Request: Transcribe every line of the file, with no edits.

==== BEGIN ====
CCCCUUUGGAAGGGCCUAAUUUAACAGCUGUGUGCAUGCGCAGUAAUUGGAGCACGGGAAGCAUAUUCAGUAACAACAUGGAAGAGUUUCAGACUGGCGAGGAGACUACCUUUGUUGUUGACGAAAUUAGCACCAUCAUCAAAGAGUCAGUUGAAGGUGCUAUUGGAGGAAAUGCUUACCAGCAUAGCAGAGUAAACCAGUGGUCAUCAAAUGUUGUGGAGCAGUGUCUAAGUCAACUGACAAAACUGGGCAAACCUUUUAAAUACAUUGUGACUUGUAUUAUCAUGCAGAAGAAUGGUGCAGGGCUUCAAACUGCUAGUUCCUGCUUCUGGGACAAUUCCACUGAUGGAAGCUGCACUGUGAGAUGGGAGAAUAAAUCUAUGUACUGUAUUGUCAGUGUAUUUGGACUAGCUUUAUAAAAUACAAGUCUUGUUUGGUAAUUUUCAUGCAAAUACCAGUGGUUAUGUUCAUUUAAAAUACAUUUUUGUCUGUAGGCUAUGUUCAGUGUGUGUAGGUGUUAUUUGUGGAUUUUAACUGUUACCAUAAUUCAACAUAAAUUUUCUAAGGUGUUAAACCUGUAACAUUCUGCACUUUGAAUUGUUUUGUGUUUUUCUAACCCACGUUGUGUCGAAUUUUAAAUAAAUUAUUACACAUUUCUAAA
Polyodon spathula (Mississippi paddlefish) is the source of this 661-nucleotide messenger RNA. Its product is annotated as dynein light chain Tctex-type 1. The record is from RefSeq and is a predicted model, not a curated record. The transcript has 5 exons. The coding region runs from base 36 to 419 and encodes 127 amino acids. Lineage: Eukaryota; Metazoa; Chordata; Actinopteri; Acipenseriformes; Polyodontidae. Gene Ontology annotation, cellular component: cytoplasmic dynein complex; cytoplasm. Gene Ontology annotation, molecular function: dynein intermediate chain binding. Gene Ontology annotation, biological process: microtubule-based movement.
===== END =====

CCCCUUUGGAAGGGCCUAAUUUAACAGCUGUGUGCAUGCGCAGUAAUUGGAGCACGGGAAGCAUAUUCAGUAACAACAUGGAAGAGUUUCAGACUGGCGAGGAGACUACCUUUGUUGUUGACGAAAUUAGCACCAUCAUCAAAGAGUCAGUUGAAGGUGCUAUUGGAGGAAAUGCUUACCAGCAUAGCAGAGUAAACCAGUGGUCAUCAAAUGUUGUGGAGCAGUGUCUAAGUCAACUGACAAAACUGGGCAAACCUUUUAAAUACAUUGUGACUUGUAUUAUCAUGCAGAAGAAUGGUGCAGGGCUUCAAACUGCUAGUUCCUGCUUCUGGGACAAUUCCACUGAUGGAAGCUGCACUGUGAGAUGGGAGAAUAAAUCUAUGUACUGUAUUGUCAGUGUAUUUGGACUAGCUUUAUAAAAUACAAGUCUUGUUUGGUAAUUUUCAUGCAAAUACCAGUGGUUAUGUUCAUUUAAAAUACAUUUUUGUCUGUAGGCUAUGUUCAGUGUGUGUAGGUGUUAUUUGUGGAUUUUAACUGUUACCAUAAUUCAACAUAAAUUUUCUAAGGUGUUAAACCUGUAACAUUCUGCACUUUGAAUUGUUUUGUGUUUUUCUAACCCACGUUGUGUCGAAUUUUAAAUAAAUUAUUACACAUUUCUAAA
Polyodon spathula (Mississippi paddlefish) is the source of this 661-nucleotide messenger RNA. Its product is annotated as dynein light chain Tctex-type 1. The record is from RefSeq and is a predicted model, not a curated record. The transcript has 5 exons. The coding region runs from base 36 to 419 and encodes 127 amino acids. Lineage: Eukaryota; Metazoa; Chordata; Actinopteri; Acipenseriformes; Polyodontidae. Gene Ontology annotation, cellular component: cytoplasmic dynein complex; cytoplasm. Gene Ontology annotation, molecular function: dynein intermediate chain binding. Gene Ontology annotation, biological process: microtubule-based movement.